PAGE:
HEALTH Secretary, Jeremy Hunt, has agreed to the relaxing of ambulance response times for some ‘Red 2’ category patients, which include those with strokes, fits and some car crash victims.
The pilot scheme will be rolled out for the South West and London regions, in February this year, affecting 13 million people.
The GMB union has warned that more patients’ deaths will arise in the London and South West as a result.
The current ‘Red 1’ patients, (the most life threatening) will not be affected, while some ‘Red 2s’ (serious cases) will become ‘Red 1’.
For the remaining ‘Red 2’ patients, call handlers will take three minutes rather than one minute to decide whether to send out an ambulance or just a responder car to the patient.
Three million ‘Red 2’ patients are dealt with by the ambulance service a year.
Hunt said the pilot results would be clinically assessed to make sure they would ‘reduce overall clinical risk’ and increase ‘operational efficiency’.
He admitted that the main aim is to reduce the number of vehicles sent to each 999 call.
Hunt has responded to a letter from the head of NHS England’s Director for Acute Care, Professor Keith Willett in which he claimed: ‘The majority of patients currently coded as “Red 2” do not ultimately derive clinical benefit from the arrival of an ambulance resource within 8 minutes.’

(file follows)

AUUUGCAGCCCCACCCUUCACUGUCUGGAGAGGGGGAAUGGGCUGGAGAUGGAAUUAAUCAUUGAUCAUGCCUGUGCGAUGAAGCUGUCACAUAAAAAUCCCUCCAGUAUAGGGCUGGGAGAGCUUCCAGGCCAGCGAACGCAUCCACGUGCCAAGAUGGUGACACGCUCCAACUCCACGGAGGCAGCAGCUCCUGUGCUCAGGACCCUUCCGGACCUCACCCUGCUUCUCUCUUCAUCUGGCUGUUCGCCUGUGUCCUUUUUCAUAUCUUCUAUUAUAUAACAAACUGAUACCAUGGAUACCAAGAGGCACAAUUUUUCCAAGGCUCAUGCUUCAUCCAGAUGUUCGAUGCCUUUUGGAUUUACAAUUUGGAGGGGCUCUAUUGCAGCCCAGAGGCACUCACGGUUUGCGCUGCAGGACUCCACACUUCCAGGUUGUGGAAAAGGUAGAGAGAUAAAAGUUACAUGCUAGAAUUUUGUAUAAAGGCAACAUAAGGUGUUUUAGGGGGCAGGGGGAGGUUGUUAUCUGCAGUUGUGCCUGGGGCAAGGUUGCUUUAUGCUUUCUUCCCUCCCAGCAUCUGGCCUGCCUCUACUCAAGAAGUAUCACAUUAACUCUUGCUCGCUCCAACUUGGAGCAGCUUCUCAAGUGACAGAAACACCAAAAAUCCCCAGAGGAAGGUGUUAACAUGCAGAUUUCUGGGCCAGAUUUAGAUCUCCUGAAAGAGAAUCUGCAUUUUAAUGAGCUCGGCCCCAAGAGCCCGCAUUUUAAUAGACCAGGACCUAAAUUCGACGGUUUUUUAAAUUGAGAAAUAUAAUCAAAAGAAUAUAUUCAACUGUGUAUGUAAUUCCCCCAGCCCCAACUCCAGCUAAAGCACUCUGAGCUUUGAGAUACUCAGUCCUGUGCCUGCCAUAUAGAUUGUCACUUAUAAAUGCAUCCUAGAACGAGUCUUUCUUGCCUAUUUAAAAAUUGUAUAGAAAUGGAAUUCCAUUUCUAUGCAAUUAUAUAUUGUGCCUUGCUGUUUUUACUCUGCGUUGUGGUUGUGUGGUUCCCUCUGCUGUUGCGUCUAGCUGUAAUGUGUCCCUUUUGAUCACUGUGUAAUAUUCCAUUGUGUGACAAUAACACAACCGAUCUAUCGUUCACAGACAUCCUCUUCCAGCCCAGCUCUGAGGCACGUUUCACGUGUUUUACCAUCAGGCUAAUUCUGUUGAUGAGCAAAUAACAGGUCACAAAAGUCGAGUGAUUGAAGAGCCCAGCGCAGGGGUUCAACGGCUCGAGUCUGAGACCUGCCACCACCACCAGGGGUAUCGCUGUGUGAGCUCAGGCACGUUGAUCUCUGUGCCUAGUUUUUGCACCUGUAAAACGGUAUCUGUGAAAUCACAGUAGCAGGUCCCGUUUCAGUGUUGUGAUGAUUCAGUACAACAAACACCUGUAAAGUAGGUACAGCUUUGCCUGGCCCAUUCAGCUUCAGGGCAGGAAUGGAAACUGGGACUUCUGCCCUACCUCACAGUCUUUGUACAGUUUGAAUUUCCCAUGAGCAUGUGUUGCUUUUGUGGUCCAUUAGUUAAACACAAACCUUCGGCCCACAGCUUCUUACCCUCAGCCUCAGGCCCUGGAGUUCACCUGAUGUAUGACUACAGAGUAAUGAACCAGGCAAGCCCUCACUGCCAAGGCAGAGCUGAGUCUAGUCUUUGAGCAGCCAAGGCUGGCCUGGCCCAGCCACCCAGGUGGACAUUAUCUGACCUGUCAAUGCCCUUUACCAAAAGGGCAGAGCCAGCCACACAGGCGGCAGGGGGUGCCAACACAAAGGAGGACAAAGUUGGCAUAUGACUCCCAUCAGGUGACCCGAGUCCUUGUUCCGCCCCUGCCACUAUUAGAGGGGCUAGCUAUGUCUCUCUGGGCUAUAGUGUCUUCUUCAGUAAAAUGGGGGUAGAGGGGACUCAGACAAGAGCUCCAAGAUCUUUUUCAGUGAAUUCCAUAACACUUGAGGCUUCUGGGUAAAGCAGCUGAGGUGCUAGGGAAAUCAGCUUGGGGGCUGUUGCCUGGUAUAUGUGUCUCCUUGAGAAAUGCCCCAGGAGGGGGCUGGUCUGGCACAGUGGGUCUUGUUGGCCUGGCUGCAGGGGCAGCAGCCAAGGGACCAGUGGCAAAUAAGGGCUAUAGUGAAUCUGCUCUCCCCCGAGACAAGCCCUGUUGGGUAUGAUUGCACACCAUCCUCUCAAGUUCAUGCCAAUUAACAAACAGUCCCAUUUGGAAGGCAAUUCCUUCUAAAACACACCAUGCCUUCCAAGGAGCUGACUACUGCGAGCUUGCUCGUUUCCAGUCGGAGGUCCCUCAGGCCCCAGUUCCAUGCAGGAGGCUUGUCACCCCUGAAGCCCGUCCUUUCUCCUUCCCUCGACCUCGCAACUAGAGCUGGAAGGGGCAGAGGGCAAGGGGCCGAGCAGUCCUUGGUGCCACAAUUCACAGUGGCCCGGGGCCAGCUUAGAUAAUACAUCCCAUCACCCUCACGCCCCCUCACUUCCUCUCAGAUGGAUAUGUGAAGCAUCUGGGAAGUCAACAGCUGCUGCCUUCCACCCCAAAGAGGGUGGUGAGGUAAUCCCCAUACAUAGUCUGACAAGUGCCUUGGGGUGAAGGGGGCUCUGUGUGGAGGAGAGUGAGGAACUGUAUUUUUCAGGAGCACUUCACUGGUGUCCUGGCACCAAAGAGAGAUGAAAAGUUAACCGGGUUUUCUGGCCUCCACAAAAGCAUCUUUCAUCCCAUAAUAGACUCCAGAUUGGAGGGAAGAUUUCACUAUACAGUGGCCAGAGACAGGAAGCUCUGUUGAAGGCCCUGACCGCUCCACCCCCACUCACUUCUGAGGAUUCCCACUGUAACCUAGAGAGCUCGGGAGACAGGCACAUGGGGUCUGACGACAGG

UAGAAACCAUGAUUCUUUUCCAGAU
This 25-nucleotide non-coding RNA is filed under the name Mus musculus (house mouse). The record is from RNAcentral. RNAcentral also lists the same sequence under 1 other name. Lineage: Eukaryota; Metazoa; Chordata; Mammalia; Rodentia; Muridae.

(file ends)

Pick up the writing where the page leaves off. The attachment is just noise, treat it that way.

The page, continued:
Judging by the recent secret trials of relaxing ambulance times in Eastern and Yorkshire regions ambulance services, it is likely that around 40% of ‘Red 2’ patients will be affected by the change.
The management of Eastern region are known to have wanted 43% of ‘Red 2s’ downgraded to a 19-minute response time.
Tony Hughes, GMB regional officer for Ambulance service in London and East of England, said: These pilots in London and the South West are ridiculous. They will only serve to bring worse outcomes for patients.
‘The run up to the general election is clearly a factor so that the Tories can show that Ambulance Services are meeting their targets. This is so far from the truth.
‘We will see people die more often than we see at the moment from conditions that can be treated if the right resource is got to them in good time.
‘The whole of the Accident and Emergency structures are at breaking point due the changes this government has already made.
‘There are a number of issues why there are slow responses in the service such as no beds at hospitals, the new Clinical Commissioning Groups funding fewer opportunities to access other medical assistance, the closing of A&E departments and walk-in centres and the new 111 service.
‘All these issues have led to Accident and Emergency Services to be at breaking point. In 2011, the GMB warned that the government’s scrapping of the category B target for ambulances to arrive at the scene of an incident within 19 minutes of the call being received and replacing it with a set of 11 new clinical quality indicators would open the door to cuts being made and we have now been proven right.’